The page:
Until the 1980s, little attention had been accorded to endemic Kaposi's sarcoma (KS), a neoplasm noted in several parts of Southern Europe and the African continent but with relatively slow progression, except in children and young adults. Furthermore, therapeutic approaches based on surgery, radiation and topical treatment were of limited efficacy, mostly used to overcome the disabling and stigmatizing effects of the disease. With the emergence of the HIV/AIDS epidemic, and the profound impact of KS on AIDS-related mortality, the pathogenesis of KS has been better studied, and the realisation that a virus (KS-associated Herpesvirus or Human Herpesvirus 8, or KSHV/HHV-8), combined with immunosuppression and cytokine-induced growth, was responsible for the development of this disease has led to novel therapeutic approaches. These are unfortunately still highly toxic, require careful monitoring, and are expensive, thus limiting their use in most parts of Africa. However, the use of highly active antiretroviral therapy (HAART), which has led to a considerable decline in KS incidence in populations of industrialized countries, constitutes the best hope for the control of this stigmatizing and lethal disease in Africa. Trials comparing different regimens of antiretroviral drugs in combination with systemic chemotherapeutic agents are urgently needed.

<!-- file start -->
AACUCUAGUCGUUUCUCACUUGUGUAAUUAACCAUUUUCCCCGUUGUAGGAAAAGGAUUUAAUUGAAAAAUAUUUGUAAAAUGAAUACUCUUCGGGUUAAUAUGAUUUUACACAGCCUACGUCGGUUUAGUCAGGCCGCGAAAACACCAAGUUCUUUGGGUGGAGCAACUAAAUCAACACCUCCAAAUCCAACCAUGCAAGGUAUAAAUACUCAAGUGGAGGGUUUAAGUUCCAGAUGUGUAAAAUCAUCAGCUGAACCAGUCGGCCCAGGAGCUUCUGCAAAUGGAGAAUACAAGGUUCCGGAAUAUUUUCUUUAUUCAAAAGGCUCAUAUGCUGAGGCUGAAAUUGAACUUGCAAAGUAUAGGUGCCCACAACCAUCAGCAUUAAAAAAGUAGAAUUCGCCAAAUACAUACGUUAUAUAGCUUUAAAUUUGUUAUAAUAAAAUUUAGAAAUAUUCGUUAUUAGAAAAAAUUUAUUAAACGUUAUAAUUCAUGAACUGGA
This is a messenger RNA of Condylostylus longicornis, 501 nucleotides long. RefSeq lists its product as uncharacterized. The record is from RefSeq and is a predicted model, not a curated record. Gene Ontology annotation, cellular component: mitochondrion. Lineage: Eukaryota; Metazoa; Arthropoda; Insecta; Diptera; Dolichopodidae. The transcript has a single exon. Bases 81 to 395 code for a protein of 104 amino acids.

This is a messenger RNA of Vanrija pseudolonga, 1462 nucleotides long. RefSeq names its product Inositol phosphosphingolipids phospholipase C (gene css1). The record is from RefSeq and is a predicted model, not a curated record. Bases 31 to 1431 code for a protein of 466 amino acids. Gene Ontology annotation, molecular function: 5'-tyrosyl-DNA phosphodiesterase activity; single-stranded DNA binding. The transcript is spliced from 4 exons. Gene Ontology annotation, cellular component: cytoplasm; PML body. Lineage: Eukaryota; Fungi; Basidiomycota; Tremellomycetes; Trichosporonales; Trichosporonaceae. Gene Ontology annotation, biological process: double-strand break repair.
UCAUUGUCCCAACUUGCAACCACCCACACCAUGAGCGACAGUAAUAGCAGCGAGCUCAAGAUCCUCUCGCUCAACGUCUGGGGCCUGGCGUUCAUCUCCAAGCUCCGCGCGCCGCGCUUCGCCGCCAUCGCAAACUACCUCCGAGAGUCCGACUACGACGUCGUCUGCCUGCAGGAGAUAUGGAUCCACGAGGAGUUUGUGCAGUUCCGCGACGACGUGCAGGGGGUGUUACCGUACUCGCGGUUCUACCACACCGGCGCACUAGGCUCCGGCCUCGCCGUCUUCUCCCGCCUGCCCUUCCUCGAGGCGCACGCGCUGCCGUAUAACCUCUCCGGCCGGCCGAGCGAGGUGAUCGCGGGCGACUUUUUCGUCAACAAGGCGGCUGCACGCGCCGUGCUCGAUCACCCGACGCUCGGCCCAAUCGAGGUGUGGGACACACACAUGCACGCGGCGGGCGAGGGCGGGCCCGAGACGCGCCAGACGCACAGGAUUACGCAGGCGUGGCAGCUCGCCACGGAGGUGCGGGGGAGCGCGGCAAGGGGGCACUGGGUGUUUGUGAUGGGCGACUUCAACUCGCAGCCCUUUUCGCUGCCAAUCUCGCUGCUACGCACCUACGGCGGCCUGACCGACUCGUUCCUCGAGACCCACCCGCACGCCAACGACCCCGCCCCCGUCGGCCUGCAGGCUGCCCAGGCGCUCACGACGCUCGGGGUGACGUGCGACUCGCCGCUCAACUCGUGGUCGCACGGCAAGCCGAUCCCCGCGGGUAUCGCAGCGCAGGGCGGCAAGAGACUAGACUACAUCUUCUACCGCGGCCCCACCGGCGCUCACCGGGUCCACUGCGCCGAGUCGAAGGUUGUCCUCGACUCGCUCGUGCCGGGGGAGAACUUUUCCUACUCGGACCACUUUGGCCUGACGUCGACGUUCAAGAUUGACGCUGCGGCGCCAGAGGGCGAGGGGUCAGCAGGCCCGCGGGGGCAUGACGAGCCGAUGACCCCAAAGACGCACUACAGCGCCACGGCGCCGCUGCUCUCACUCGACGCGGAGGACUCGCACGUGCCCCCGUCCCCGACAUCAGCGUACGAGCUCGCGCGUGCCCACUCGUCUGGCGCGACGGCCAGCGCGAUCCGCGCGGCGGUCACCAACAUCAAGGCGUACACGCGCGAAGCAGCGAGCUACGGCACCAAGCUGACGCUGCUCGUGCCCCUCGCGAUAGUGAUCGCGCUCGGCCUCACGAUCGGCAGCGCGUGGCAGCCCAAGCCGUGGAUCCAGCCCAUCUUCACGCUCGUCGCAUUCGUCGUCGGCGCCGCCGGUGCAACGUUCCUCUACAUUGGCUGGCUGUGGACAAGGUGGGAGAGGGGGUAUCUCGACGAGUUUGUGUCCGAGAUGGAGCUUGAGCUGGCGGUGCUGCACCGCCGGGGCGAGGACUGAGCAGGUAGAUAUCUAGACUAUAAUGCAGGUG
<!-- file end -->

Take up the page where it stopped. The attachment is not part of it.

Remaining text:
Tropical Medicine and International Health (2005) 10 (10) 981-992. [doi:10.1111/j.1365-3156.2005.01491.x]